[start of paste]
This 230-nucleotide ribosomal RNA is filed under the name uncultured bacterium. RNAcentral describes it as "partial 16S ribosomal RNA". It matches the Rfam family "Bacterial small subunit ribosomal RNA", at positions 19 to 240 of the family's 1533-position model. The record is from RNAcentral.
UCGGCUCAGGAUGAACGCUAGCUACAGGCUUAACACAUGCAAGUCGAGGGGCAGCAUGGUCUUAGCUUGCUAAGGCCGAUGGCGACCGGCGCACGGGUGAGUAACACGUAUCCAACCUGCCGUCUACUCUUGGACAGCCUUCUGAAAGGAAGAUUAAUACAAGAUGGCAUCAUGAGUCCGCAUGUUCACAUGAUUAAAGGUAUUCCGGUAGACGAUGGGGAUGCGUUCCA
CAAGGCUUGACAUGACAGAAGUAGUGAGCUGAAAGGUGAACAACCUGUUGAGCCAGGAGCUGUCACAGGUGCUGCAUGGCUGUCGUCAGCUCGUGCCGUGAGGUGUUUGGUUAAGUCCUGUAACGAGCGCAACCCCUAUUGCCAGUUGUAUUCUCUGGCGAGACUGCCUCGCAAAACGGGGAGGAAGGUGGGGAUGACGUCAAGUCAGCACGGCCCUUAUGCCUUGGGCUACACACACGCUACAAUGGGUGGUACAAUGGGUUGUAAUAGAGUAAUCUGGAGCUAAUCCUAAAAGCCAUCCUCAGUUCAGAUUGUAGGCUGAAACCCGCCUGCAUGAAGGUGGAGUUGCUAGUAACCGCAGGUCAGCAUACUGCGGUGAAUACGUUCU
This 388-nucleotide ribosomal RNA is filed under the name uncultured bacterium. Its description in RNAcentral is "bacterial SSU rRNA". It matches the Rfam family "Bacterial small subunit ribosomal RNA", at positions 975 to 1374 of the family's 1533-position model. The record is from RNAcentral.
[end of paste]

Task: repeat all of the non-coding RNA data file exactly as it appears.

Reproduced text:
This 230-nucleotide ribosomal RNA is filed under the name uncultured bacterium. RNAcentral describes it as "partial 16S ribosomal RNA". It matches the Rfam family "Bacterial small subunit ribosomal RNA", at positions 19 to 240 of the family's 1533-position model. The record is from RNAcentral.
UCGGCUCAGGAUGAACGCUAGCUACAGGCUUAACACAUGCAAGUCGAGGGGCAGCAUGGUCUUAGCUUGCUAAGGCCGAUGGCGACCGGCGCACGGGUGAGUAACACGUAUCCAACCUGCCGUCUACUCUUGGACAGCCUUCUGAAAGGAAGAUUAAUACAAGAUGGCAUCAUGAGUCCGCAUGUUCACAUGAUUAAAGGUAUUCCGGUAGACGAUGGGGAUGCGUUCCA
CAAGGCUUGACAUGACAGAAGUAGUGAGCUGAAAGGUGAACAACCUGUUGAGCCAGGAGCUGUCACAGGUGCUGCAUGGCUGUCGUCAGCUCGUGCCGUGAGGUGUUUGGUUAAGUCCUGUAACGAGCGCAACCCCUAUUGCCAGUUGUAUUCUCUGGCGAGACUGCCUCGCAAAACGGGGAGGAAGGUGGGGAUGACGUCAAGUCAGCACGGCCCUUAUGCCUUGGGCUACACACACGCUACAAUGGGUGGUACAAUGGGUUGUAAUAGAGUAAUCUGGAGCUAAUCCUAAAAGCCAUCCUCAGUUCAGAUUGUAGGCUGAAACCCGCCUGCAUGAAGGUGGAGUUGCUAGUAACCGCAGGUCAGCAUACUGCGGUGAAUACGUUCU
This 388-nucleotide ribosomal RNA is filed under the name uncultured bacterium. Its description in RNAcentral is "bacterial SSU rRNA". It matches the Rfam family "Bacterial small subunit ribosomal RNA", at positions 975 to 1374 of the family's 1533-position model. The record is from RNAcentral.